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Hyperlipidemia refers to a family of disorders characterized by very high levels of fats in the blood. There are two common lipid abnormalities: hypercholesterolemia (high blood cholesterol levels) and hypertriglyceridemia (high blood levels of triglycerides). Although fats play a vital role in metabolic processes, high levels of lipids in the blood raise the risk of coronary heart disease, stroke, peripheral artery disease, and heart attack.

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1. What Are Lipids?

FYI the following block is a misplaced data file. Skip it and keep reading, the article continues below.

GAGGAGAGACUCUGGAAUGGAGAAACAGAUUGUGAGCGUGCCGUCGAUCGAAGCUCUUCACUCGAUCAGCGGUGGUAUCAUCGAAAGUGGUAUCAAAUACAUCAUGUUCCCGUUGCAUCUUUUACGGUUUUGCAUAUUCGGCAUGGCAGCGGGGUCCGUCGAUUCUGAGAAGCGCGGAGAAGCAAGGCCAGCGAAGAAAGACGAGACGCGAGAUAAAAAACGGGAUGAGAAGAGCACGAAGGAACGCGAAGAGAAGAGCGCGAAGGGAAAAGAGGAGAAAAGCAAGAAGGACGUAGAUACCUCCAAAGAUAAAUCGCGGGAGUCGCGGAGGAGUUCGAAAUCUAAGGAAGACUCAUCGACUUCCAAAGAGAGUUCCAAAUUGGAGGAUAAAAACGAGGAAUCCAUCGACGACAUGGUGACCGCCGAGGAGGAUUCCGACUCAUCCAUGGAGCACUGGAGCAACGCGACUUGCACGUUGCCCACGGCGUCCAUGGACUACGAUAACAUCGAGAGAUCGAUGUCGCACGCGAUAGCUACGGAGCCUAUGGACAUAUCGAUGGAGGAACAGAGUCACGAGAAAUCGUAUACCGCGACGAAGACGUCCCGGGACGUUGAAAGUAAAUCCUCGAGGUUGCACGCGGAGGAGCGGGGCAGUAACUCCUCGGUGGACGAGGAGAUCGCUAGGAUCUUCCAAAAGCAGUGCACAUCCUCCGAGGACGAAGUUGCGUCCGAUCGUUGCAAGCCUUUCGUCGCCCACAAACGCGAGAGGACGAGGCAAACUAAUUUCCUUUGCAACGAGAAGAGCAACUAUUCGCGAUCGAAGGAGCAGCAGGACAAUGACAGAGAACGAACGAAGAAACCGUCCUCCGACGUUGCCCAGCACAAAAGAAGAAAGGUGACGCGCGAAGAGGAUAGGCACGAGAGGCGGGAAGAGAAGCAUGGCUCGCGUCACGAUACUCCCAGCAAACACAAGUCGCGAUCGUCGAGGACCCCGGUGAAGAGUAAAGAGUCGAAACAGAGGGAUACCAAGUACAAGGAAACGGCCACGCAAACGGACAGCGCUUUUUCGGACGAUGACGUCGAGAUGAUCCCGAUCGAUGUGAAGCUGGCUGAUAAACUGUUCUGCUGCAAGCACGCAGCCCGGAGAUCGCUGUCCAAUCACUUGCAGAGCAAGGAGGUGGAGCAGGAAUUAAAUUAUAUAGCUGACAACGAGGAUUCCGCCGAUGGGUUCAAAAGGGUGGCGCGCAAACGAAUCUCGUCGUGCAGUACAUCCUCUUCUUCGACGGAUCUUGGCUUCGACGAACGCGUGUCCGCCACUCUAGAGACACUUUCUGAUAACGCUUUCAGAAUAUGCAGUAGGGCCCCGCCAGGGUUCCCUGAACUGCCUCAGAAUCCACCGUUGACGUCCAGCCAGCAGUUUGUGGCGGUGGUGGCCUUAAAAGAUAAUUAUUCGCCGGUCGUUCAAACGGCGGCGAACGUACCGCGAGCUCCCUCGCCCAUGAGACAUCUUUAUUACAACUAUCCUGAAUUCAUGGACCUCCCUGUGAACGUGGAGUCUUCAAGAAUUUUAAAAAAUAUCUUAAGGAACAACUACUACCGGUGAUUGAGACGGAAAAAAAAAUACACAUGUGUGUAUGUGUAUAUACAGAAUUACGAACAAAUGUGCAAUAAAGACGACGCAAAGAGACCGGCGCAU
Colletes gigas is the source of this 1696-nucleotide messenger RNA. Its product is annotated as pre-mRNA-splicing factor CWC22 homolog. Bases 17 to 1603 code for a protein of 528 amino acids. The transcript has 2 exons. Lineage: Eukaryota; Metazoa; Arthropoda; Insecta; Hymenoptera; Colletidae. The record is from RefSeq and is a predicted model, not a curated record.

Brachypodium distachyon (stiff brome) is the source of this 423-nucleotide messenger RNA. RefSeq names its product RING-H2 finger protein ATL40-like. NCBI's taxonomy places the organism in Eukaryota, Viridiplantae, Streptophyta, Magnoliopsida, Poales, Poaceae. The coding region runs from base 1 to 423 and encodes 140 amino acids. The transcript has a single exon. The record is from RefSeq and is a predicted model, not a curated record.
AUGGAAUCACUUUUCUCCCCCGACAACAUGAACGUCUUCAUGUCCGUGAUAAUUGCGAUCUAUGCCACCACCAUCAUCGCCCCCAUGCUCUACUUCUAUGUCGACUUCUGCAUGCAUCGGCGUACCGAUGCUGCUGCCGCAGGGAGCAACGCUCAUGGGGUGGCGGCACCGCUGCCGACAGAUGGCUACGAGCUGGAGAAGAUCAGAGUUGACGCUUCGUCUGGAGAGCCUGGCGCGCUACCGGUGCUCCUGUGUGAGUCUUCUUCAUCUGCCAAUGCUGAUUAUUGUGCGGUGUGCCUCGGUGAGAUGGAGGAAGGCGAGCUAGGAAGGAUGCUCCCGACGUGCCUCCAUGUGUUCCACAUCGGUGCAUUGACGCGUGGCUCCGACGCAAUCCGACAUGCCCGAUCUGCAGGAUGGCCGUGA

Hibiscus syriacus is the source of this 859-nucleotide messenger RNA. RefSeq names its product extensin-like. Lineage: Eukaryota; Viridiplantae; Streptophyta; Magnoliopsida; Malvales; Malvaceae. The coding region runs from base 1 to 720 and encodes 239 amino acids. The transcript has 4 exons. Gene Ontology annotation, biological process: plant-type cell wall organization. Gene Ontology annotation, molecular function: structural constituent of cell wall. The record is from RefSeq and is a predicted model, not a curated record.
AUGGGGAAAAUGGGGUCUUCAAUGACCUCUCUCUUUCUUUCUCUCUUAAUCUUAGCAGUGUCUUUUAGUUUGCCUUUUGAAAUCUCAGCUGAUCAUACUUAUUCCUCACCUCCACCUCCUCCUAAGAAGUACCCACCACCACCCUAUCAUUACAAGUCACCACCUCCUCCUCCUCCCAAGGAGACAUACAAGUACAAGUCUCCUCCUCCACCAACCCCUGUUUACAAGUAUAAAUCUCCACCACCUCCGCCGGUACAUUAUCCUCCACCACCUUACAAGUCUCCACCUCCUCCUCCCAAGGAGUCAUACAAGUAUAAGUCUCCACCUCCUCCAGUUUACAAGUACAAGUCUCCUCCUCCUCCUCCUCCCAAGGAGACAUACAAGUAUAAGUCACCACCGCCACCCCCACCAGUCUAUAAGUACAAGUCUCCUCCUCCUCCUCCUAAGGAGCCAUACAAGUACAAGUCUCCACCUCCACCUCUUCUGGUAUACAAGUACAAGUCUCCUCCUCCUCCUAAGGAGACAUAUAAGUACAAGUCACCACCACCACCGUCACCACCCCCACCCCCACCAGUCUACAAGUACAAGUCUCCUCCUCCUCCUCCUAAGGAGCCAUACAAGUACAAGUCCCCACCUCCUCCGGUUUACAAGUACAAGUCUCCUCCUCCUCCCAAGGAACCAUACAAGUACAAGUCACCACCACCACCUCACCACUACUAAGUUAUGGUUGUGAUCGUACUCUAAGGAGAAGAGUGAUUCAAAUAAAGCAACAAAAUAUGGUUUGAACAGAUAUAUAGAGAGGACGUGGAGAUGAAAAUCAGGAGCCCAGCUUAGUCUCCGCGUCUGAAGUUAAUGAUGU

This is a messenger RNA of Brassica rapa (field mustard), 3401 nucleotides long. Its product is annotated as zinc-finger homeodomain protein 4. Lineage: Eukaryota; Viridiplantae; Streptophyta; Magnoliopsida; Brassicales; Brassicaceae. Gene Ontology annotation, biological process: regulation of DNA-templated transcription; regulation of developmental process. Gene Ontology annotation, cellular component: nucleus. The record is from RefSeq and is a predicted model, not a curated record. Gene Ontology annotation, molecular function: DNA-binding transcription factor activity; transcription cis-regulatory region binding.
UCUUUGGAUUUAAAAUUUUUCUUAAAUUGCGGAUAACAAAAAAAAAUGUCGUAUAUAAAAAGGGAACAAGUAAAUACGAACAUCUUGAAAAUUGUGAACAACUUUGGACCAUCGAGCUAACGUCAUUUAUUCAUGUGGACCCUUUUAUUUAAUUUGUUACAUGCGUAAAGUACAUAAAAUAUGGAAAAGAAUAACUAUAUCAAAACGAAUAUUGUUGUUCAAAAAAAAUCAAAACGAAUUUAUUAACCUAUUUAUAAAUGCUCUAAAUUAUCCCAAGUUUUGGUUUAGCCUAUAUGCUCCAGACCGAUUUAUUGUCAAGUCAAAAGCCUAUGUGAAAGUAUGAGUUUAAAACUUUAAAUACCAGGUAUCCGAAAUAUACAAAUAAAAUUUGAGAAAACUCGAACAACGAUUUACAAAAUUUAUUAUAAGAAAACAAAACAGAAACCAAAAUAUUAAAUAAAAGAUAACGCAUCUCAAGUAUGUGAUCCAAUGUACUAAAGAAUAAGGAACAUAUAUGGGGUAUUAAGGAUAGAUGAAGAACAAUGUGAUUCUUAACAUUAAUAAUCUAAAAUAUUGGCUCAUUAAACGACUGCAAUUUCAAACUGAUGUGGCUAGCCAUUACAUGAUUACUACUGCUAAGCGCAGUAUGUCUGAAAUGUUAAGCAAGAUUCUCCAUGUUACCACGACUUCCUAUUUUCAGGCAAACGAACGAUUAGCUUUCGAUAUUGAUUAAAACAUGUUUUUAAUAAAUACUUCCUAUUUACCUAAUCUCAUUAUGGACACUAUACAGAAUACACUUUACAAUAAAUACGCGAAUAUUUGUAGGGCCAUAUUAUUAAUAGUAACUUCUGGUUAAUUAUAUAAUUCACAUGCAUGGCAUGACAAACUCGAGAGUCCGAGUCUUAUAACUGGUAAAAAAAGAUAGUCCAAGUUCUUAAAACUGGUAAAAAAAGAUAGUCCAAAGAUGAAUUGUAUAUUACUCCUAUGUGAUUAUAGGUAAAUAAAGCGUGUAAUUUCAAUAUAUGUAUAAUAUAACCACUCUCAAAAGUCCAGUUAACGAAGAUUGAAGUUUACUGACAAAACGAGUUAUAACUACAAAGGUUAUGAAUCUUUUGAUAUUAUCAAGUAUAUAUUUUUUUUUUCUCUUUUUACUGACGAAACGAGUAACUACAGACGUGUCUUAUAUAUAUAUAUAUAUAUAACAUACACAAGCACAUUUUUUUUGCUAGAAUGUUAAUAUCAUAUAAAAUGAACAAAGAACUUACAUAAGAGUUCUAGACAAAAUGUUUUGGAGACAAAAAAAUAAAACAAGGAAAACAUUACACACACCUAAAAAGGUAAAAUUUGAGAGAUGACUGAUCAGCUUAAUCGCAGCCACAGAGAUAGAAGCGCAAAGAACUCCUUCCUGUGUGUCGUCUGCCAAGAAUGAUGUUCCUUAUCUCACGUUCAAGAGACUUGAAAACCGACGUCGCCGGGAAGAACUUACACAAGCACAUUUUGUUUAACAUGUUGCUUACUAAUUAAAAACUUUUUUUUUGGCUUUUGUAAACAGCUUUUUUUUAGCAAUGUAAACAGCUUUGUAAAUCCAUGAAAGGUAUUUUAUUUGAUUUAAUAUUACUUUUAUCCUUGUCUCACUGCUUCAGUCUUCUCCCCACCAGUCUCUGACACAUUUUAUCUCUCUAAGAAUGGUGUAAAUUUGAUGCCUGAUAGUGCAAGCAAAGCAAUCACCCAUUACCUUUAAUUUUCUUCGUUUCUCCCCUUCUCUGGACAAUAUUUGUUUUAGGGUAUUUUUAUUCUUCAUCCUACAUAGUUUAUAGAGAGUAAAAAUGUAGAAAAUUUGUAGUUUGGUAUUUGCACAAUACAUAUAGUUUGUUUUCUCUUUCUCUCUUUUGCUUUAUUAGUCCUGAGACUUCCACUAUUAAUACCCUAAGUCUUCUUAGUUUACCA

Lipids are the fat in your body. Although you need a certain number of lipids to ensure proper bodily function, high levels in the blood may result in severe health conditions. Hyperlipidemia describes high levels of triglycerides and cholesterols, two types of lipids, in the blood. There are two main types of cholesterol: high-density lipoproteins (HDL), often called the "good" kind, and low-density lipoproteins (LDL), often called the "bad". A high level of HDL is good because it helps eliminate LDL, which is responsible for plaque buildup in the blood vessels. High levels of triglycerides can do the same.

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